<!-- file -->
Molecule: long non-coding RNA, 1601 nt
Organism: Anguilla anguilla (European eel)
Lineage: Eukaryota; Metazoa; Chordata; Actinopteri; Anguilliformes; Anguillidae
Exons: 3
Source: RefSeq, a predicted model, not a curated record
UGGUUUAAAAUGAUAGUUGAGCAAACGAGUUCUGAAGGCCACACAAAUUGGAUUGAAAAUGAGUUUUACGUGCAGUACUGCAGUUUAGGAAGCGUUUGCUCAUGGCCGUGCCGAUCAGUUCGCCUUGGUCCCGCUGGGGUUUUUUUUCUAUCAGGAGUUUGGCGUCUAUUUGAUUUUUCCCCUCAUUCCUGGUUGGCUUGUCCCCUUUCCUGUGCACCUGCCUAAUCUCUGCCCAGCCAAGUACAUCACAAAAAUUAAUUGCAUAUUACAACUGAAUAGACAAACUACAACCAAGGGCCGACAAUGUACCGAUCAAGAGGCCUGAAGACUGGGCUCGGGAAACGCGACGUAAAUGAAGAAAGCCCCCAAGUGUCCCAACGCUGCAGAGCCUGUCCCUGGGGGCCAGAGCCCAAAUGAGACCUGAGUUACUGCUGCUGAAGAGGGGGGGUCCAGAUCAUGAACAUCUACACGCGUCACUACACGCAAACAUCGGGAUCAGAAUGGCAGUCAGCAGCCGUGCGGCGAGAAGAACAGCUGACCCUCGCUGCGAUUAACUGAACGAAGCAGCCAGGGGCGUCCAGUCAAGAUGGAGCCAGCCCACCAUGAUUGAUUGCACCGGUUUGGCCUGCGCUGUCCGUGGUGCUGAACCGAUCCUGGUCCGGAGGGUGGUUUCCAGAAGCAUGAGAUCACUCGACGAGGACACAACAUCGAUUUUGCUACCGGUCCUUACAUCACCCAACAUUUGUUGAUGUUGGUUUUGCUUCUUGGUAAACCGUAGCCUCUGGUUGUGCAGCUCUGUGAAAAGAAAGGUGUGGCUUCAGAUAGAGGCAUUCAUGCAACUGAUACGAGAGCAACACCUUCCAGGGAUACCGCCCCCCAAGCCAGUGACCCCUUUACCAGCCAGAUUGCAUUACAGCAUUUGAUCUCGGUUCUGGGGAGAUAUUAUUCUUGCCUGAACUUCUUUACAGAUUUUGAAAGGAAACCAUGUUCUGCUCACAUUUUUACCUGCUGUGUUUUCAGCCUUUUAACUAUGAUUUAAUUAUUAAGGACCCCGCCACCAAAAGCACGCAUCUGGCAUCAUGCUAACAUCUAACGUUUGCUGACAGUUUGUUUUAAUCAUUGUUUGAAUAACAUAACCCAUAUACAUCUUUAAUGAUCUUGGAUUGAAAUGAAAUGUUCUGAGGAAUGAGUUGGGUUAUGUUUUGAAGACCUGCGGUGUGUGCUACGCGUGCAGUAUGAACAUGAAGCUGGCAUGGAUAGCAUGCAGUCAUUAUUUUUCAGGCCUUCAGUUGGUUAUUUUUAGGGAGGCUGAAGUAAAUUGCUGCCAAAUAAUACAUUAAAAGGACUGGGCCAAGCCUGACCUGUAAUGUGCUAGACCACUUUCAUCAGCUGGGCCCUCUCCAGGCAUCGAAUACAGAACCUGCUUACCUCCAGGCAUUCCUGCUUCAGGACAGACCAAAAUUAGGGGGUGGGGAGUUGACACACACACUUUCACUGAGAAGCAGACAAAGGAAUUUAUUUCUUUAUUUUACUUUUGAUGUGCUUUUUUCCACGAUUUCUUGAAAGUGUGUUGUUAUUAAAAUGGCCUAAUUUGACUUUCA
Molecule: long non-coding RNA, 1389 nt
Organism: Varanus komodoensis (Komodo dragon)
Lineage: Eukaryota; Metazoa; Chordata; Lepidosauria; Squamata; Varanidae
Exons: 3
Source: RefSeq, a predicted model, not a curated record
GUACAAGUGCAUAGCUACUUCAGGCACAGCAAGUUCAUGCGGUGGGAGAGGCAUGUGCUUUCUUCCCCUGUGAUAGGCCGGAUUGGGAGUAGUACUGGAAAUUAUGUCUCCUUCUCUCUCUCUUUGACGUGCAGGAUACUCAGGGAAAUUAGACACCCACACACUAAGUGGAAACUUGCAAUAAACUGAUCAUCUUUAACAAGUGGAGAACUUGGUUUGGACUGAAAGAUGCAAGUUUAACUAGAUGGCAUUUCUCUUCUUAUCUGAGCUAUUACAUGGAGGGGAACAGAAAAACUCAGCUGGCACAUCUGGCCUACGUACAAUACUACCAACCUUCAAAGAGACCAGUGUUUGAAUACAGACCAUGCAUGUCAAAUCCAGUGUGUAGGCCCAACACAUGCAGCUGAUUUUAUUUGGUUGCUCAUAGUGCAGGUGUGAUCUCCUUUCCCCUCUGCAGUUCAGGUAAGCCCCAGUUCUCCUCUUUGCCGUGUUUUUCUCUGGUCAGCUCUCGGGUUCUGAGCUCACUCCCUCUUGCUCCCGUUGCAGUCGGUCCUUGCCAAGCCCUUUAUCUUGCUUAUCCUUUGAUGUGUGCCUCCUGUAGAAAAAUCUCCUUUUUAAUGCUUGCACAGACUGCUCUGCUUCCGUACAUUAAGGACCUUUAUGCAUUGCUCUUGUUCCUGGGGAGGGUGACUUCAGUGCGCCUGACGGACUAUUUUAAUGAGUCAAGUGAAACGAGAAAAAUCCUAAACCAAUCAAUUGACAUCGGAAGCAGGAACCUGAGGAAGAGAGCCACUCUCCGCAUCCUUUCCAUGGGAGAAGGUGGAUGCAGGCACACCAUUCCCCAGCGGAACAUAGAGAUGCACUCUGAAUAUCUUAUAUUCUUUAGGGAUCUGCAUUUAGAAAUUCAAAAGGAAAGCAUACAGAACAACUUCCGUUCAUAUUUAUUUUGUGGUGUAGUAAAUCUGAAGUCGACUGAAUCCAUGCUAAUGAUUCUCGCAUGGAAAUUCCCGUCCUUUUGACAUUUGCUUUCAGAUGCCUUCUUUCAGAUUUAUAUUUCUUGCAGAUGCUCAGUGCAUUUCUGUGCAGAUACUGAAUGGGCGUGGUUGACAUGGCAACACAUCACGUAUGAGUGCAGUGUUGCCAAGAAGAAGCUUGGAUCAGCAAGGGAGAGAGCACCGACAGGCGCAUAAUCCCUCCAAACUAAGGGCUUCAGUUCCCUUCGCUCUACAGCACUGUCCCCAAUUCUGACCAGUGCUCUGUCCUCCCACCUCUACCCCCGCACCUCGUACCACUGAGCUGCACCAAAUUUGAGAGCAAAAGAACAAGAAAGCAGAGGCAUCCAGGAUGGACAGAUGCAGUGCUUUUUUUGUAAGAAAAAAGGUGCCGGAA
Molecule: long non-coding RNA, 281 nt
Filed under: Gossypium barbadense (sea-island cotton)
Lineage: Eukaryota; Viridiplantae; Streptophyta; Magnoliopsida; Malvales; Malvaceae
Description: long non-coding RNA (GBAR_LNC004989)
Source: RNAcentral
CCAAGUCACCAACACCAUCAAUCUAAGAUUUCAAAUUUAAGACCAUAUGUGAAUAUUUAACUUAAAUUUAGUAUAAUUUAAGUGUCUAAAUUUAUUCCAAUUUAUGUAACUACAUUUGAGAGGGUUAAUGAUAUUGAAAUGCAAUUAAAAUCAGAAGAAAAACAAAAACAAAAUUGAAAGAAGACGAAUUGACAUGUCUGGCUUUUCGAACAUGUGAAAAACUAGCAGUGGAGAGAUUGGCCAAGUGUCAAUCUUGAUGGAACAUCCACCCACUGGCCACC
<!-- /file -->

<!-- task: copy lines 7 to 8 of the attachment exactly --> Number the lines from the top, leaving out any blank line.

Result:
Molecule: long non-coding RNA, 1389 nt
Organism: Varanus komodoensis (Komodo dragon)